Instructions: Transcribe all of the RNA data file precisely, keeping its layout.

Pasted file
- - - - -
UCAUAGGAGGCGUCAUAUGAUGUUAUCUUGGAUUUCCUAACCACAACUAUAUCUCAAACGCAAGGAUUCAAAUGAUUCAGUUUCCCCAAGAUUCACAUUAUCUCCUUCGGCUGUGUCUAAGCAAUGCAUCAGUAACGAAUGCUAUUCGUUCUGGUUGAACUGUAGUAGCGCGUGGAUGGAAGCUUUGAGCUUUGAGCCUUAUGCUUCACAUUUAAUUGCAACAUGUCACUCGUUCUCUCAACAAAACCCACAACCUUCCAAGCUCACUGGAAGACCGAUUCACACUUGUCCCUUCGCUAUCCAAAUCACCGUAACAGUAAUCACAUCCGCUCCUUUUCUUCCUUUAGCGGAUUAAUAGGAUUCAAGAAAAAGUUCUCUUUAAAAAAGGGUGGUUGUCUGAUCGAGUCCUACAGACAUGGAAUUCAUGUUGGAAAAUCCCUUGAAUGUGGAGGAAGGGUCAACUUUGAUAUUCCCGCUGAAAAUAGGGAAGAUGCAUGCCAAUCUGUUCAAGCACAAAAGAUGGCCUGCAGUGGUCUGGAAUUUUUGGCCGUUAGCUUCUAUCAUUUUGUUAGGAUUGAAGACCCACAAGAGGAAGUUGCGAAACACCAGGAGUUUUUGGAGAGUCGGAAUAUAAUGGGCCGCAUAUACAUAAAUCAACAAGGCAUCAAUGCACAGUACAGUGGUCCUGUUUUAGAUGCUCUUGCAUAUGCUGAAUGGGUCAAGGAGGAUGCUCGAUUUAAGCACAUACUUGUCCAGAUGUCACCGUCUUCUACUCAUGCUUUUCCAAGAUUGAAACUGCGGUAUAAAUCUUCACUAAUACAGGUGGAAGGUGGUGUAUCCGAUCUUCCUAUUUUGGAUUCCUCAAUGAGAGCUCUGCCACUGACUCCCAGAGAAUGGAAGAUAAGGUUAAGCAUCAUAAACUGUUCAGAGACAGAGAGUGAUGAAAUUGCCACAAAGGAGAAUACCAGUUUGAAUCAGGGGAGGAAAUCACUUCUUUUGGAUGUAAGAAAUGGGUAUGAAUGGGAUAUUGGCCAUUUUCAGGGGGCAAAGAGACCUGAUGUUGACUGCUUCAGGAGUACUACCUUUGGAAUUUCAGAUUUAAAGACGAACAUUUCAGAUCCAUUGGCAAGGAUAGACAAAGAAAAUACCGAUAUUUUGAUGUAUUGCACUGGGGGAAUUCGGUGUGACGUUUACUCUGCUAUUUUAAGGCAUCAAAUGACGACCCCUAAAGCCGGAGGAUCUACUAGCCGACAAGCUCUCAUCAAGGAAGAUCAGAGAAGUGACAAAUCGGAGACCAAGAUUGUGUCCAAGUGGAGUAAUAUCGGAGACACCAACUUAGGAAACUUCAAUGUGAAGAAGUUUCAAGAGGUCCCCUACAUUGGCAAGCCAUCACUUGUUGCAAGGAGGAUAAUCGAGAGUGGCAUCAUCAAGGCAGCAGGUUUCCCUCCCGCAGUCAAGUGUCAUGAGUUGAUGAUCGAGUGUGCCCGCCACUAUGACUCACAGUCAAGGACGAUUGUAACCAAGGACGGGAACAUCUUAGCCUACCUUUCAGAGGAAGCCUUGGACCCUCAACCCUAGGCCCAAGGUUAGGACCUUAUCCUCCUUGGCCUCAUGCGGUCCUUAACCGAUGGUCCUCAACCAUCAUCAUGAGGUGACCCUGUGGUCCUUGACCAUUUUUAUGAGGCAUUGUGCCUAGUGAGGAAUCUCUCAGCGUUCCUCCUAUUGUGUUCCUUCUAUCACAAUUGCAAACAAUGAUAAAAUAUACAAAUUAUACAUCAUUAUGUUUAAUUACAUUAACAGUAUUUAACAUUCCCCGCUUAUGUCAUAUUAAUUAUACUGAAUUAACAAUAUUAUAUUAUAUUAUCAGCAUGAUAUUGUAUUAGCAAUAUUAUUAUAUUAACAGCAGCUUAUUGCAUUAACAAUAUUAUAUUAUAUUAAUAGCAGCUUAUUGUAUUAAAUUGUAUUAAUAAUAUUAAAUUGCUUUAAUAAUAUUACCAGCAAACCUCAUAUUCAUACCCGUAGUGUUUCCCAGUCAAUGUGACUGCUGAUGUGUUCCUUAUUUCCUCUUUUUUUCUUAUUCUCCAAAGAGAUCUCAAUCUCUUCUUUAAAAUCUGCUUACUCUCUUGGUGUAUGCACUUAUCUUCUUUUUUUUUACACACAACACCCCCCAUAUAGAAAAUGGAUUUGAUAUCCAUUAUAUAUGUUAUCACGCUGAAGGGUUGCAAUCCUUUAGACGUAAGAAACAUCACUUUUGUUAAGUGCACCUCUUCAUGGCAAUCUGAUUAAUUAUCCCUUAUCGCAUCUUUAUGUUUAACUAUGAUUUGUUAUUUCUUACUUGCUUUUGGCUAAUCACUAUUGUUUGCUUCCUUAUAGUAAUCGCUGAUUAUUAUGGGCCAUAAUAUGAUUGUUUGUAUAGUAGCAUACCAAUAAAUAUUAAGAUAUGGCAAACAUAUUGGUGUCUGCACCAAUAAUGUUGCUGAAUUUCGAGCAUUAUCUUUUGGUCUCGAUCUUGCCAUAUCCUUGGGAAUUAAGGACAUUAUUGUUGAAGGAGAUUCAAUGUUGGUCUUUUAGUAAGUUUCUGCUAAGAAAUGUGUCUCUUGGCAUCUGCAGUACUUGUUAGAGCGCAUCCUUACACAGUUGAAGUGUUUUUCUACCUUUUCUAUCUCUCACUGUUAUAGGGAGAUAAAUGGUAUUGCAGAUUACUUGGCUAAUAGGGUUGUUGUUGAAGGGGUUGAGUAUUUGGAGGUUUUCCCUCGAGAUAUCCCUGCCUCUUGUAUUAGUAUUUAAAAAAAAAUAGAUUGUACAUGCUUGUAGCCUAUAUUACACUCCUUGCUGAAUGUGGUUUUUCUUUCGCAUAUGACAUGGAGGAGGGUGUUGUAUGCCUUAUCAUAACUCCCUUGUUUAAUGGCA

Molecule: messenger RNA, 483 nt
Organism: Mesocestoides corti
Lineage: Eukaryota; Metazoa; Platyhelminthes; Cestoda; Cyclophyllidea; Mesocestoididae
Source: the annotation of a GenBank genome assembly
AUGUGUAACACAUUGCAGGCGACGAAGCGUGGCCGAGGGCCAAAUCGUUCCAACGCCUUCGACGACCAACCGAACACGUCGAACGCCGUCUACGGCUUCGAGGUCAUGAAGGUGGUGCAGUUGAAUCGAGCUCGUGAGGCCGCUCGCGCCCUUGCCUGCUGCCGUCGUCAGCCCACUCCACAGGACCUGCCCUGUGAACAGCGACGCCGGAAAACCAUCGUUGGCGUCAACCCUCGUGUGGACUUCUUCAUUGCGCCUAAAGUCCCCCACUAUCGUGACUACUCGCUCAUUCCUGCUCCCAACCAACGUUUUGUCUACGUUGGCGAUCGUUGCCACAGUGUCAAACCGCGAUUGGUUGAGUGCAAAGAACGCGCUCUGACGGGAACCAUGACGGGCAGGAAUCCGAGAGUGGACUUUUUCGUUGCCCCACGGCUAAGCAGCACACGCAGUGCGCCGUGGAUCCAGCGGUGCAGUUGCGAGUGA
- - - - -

UCAUAGGAGGCGUCAUAUGAUGUUAUCUUGGAUUUCCUAACCACAACUAUAUCUCAAACGCAAGGAUUCAAAUGAUUCAGUUUCCCCAAGAUUCACAUUAUCUCCUUCGGCUGUGUCUAAGCAAUGCAUCAGUAACGAAUGCUAUUCGUUCUGGUUGAACUGUAGUAGCGCGUGGAUGGAAGCUUUGAGCUUUGAGCCUUAUGCUUCACAUUUAAUUGCAACAUGUCACUCGUUCUCUCAACAAAACCCACAACCUUCCAAGCUCACUGGAAGACCGAUUCACACUUGUCCCUUCGCUAUCCAAAUCACCGUAACAGUAAUCACAUCCGCUCCUUUUCUUCCUUUAGCGGAUUAAUAGGAUUCAAGAAAAAGUUCUCUUUAAAAAAGGGUGGUUGUCUGAUCGAGUCCUACAGACAUGGAAUUCAUGUUGGAAAAUCCCUUGAAUGUGGAGGAAGGGUCAACUUUGAUAUUCCCGCUGAAAAUAGGGAAGAUGCAUGCCAAUCUGUUCAAGCACAAAAGAUGGCCUGCAGUGGUCUGGAAUUUUUGGCCGUUAGCUUCUAUCAUUUUGUUAGGAUUGAAGACCCACAAGAGGAAGUUGCGAAACACCAGGAGUUUUUGGAGAGUCGGAAUAUAAUGGGCCGCAUAUACAUAAAUCAACAAGGCAUCAAUGCACAGUACAGUGGUCCUGUUUUAGAUGCUCUUGCAUAUGCUGAAUGGGUCAAGGAGGAUGCUCGAUUUAAGCACAUACUUGUCCAGAUGUCACCGUCUUCUACUCAUGCUUUUCCAAGAUUGAAACUGCGGUAUAAAUCUUCACUAAUACAGGUGGAAGGUGGUGUAUCCGAUCUUCCUAUUUUGGAUUCCUCAAUGAGAGCUCUGCCACUGACUCCCAGAGAAUGGAAGAUAAGGUUAAGCAUCAUAAACUGUUCAGAGACAGAGAGUGAUGAAAUUGCCACAAAGGAGAAUACCAGUUUGAAUCAGGGGAGGAAAUCACUUCUUUUGGAUGUAAGAAAUGGGUAUGAAUGGGAUAUUGGCCAUUUUCAGGGGGCAAAGAGACCUGAUGUUGACUGCUUCAGGAGUACUACCUUUGGAAUUUCAGAUUUAAAGACGAACAUUUCAGAUCCAUUGGCAAGGAUAGACAAAGAAAAUACCGAUAUUUUGAUGUAUUGCACUGGGGGAAUUCGGUGUGACGUUUACUCUGCUAUUUUAAGGCAUCAAAUGACGACCCCUAAAGCCGGAGGAUCUACUAGCCGACAAGCUCUCAUCAAGGAAGAUCAGAGAAGUGACAAAUCGGAGACCAAGAUUGUGUCCAAGUGGAGUAAUAUCGGAGACACCAACUUAGGAAACUUCAAUGUGAAGAAGUUUCAAGAGGUCCCCUACAUUGGCAAGCCAUCACUUGUUGCAAGGAGGAUAAUCGAGAGUGGCAUCAUCAAGGCAGCAGGUUUCCCUCCCGCAGUCAAGUGUCAUGAGUUGAUGAUCGAGUGUGCCCGCCACUAUGACUCACAGUCAAGGACGAUUGUAACCAAGGACGGGAACAUCUUAGCCUACCUUUCAGAGGAAGCCUUGGACCCUCAACCCUAGGCCCAAGGUUAGGACCUUAUCCUCCUUGGCCUCAUGCGGUCCUUAACCGAUGGUCCUCAACCAUCAUCAUGAGGUGACCCUGUGGUCCUUGACCAUUUUUAUGAGGCAUUGUGCCUAGUGAGGAAUCUCUCAGCGUUCCUCCUAUUGUGUUCCUUCUAUCACAAUUGCAAACAAUGAUAAAAUAUACAAAUUAUACAUCAUUAUGUUUAAUUACAUUAACAGUAUUUAACAUUCCCCGCUUAUGUCAUAUUAAUUAUACUGAAUUAACAAUAUUAUAUUAUAUUAUCAGCAUGAUAUUGUAUUAGCAAUAUUAUUAUAUUAACAGCAGCUUAUUGCAUUAACAAUAUUAUAUUAUAUUAAUAGCAGCUUAUUGUAUUAAAUUGUAUUAAUAAUAUUAAAUUGCUUUAAUAAUAUUACCAGCAAACCUCAUAUUCAUACCCGUAGUGUUUCCCAGUCAAUGUGACUGCUGAUGUGUUCCUUAUUUCCUCUUUUUUUCUUAUUCUCCAAAGAGAUCUCAAUCUCUUCUUUAAAAUCUGCUUACUCUCUUGGUGUAUGCACUUAUCUUCUUUUUUUUUACACACAACACCCCCCAUAUAGAAAAUGGAUUUGAUAUCCAUUAUAUAUGUUAUCACGCUGAAGGGUUGCAAUCCUUUAGACGUAAGAAACAUCACUUUUGUUAAGUGCACCUCUUCAUGGCAAUCUGAUUAAUUAUCCCUUAUCGCAUCUUUAUGUUUAACUAUGAUUUGUUAUUUCUUACUUGCUUUUGGCUAAUCACUAUUGUUUGCUUCCUUAUAGUAAUCGCUGAUUAUUAUGGGCCAUAAUAUGAUUGUUUGUAUAGUAGCAUACCAAUAAAUAUUAAGAUAUGGCAAACAUAUUGGUGUCUGCACCAAUAAUGUUGCUGAAUUUCGAGCAUUAUCUUUUGGUCUCGAUCUUGCCAUAUCCUUGGGAAUUAAGGACAUUAUUGUUGAAGGAGAUUCAAUGUUGGUCUUUUAGUAAGUUUCUGCUAAGAAAUGUGUCUCUUGGCAUCUGCAGUACUUGUUAGAGCGCAUCCUUACACAGUUGAAGUGUUUUUCUACCUUUUCUAUCUCUCACUGUUAUAGGGAGAUAAAUGGUAUUGCAGAUUACUUGGCUAAUAGGGUUGUUGUUGAAGGGGUUGAGUAUUUGGAGGUUUUCCCUCGAGAUAUCCCUGCCUCUUGUAUUAGUAUUUAAAAAAAAAUAGAUUGUACAUGCUUGUAGCCUAUAUUACACUCCUUGCUGAAUGUGGUUUUUCUUUCGCAUAUGACAUGGAGGAGGGUGUUGUAUGCCUUAUCAUAACUCCCUUGUUUAAUGGCA

Molecule: messenger RNA, 483 nt
Organism: Mesocestoides corti
Lineage: Eukaryota; Metazoa; Platyhelminthes; Cestoda; Cyclophyllidea; Mesocestoididae
Source: the annotation of a GenBank genome assembly
AUGUGUAACACAUUGCAGGCGACGAAGCGUGGCCGAGGGCCAAAUCGUUCCAACGCCUUCGACGACCAACCGAACACGUCGAACGCCGUCUACGGCUUCGAGGUCAUGAAGGUGGUGCAGUUGAAUCGAGCUCGUGAGGCCGCUCGCGCCCUUGCCUGCUGCCGUCGUCAGCCCACUCCACAGGACCUGCCCUGUGAACAGCGACGCCGGAAAACCAUCGUUGGCGUCAACCCUCGUGUGGACUUCUUCAUUGCGCCUAAAGUCCCCCACUAUCGUGACUACUCGCUCAUUCCUGCUCCCAACCAACGUUUUGUCUACGUUGGCGAUCGUUGCCACAGUGUCAAACCGCGAUUGGUUGAGUGCAAAGAACGCGCUCUGACGGGAACCAUGACGGGCAGGAAUCCGAGAGUGGACUUUUUCGUUGCCCCACGGCUAAGCAGCACACGCAGUGCGCCGUGGAUCCAGCGGUGCAGUUGCGAGUGA